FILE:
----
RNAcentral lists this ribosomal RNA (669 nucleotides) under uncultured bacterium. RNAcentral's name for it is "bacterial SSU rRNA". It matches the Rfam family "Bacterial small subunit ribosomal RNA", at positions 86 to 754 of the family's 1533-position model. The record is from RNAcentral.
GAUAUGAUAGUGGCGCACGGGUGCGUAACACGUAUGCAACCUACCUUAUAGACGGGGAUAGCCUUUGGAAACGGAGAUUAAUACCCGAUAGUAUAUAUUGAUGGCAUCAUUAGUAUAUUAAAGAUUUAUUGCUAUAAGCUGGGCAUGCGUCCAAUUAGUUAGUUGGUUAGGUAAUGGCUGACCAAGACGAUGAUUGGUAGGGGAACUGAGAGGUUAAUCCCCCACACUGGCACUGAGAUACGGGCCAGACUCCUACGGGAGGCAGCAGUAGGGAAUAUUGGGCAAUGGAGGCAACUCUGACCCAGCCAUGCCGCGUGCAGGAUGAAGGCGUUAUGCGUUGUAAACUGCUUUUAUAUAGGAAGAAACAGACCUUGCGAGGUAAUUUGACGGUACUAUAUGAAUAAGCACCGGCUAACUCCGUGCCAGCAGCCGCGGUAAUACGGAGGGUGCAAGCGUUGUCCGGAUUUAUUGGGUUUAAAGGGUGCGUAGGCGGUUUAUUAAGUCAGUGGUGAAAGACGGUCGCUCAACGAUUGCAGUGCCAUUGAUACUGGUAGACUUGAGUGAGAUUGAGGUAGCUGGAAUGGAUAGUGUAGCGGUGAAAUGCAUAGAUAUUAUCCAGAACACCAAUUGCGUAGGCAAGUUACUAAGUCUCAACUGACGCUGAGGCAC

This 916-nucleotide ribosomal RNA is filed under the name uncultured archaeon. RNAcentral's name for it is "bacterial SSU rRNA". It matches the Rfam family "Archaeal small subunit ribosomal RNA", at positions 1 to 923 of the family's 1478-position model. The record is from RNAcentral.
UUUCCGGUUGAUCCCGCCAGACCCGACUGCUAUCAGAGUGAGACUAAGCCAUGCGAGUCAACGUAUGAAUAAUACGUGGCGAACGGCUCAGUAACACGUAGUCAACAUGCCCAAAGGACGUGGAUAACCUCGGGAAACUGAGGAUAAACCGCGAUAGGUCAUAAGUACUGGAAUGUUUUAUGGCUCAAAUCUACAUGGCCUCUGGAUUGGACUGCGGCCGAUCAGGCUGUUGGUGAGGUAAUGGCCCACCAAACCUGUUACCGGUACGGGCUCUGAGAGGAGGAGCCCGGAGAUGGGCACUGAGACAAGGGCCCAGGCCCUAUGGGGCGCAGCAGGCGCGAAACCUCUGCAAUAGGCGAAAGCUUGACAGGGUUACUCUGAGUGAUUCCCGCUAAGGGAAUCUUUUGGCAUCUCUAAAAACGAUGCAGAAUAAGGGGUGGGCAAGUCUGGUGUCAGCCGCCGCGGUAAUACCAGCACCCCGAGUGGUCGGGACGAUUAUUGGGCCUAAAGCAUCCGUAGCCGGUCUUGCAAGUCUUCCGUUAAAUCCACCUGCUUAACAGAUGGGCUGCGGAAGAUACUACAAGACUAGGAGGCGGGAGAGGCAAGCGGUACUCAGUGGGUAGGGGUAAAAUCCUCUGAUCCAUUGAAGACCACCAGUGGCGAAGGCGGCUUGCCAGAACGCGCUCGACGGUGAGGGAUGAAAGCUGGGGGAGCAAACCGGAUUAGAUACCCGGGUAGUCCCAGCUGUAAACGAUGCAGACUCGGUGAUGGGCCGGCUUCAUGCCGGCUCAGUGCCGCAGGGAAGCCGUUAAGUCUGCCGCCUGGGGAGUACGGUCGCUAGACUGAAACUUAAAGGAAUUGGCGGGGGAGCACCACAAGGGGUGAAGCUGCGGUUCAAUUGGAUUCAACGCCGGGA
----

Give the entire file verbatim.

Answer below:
RNAcentral lists this ribosomal RNA (669 nucleotides) under uncultured bacterium. RNAcentral's name for it is "bacterial SSU rRNA". It matches the Rfam family "Bacterial small subunit ribosomal RNA", at positions 86 to 754 of the family's 1533-position model. The record is from RNAcentral.
GAUAUGAUAGUGGCGCACGGGUGCGUAACACGUAUGCAACCUACCUUAUAGACGGGGAUAGCCUUUGGAAACGGAGAUUAAUACCCGAUAGUAUAUAUUGAUGGCAUCAUUAGUAUAUUAAAGAUUUAUUGCUAUAAGCUGGGCAUGCGUCCAAUUAGUUAGUUGGUUAGGUAAUGGCUGACCAAGACGAUGAUUGGUAGGGGAACUGAGAGGUUAAUCCCCCACACUGGCACUGAGAUACGGGCCAGACUCCUACGGGAGGCAGCAGUAGGGAAUAUUGGGCAAUGGAGGCAACUCUGACCCAGCCAUGCCGCGUGCAGGAUGAAGGCGUUAUGCGUUGUAAACUGCUUUUAUAUAGGAAGAAACAGACCUUGCGAGGUAAUUUGACGGUACUAUAUGAAUAAGCACCGGCUAACUCCGUGCCAGCAGCCGCGGUAAUACGGAGGGUGCAAGCGUUGUCCGGAUUUAUUGGGUUUAAAGGGUGCGUAGGCGGUUUAUUAAGUCAGUGGUGAAAGACGGUCGCUCAACGAUUGCAGUGCCAUUGAUACUGGUAGACUUGAGUGAGAUUGAGGUAGCUGGAAUGGAUAGUGUAGCGGUGAAAUGCAUAGAUAUUAUCCAGAACACCAAUUGCGUAGGCAAGUUACUAAGUCUCAACUGACGCUGAGGCAC

This 916-nucleotide ribosomal RNA is filed under the name uncultured archaeon. RNAcentral's name for it is "bacterial SSU rRNA". It matches the Rfam family "Archaeal small subunit ribosomal RNA", at positions 1 to 923 of the family's 1478-position model. The record is from RNAcentral.
UUUCCGGUUGAUCCCGCCAGACCCGACUGCUAUCAGAGUGAGACUAAGCCAUGCGAGUCAACGUAUGAAUAAUACGUGGCGAACGGCUCAGUAACACGUAGUCAACAUGCCCAAAGGACGUGGAUAACCUCGGGAAACUGAGGAUAAACCGCGAUAGGUCAUAAGUACUGGAAUGUUUUAUGGCUCAAAUCUACAUGGCCUCUGGAUUGGACUGCGGCCGAUCAGGCUGUUGGUGAGGUAAUGGCCCACCAAACCUGUUACCGGUACGGGCUCUGAGAGGAGGAGCCCGGAGAUGGGCACUGAGACAAGGGCCCAGGCCCUAUGGGGCGCAGCAGGCGCGAAACCUCUGCAAUAGGCGAAAGCUUGACAGGGUUACUCUGAGUGAUUCCCGCUAAGGGAAUCUUUUGGCAUCUCUAAAAACGAUGCAGAAUAAGGGGUGGGCAAGUCUGGUGUCAGCCGCCGCGGUAAUACCAGCACCCCGAGUGGUCGGGACGAUUAUUGGGCCUAAAGCAUCCGUAGCCGGUCUUGCAAGUCUUCCGUUAAAUCCACCUGCUUAACAGAUGGGCUGCGGAAGAUACUACAAGACUAGGAGGCGGGAGAGGCAAGCGGUACUCAGUGGGUAGGGGUAAAAUCCUCUGAUCCAUUGAAGACCACCAGUGGCGAAGGCGGCUUGCCAGAACGCGCUCGACGGUGAGGGAUGAAAGCUGGGGGAGCAAACCGGAUUAGAUACCCGGGUAGUCCCAGCUGUAAACGAUGCAGACUCGGUGAUGGGCCGGCUUCAUGCCGGCUCAGUGCCGCAGGGAAGCCGUUAAGUCUGCCGCCUGGGGAGUACGGUCGCUAGACUGAAACUUAAAGGAAUUGGCGGGGGAGCACCACAAGGGGUGAAGCUGCGGUUCAAUUGGAUUCAACGCCGGGA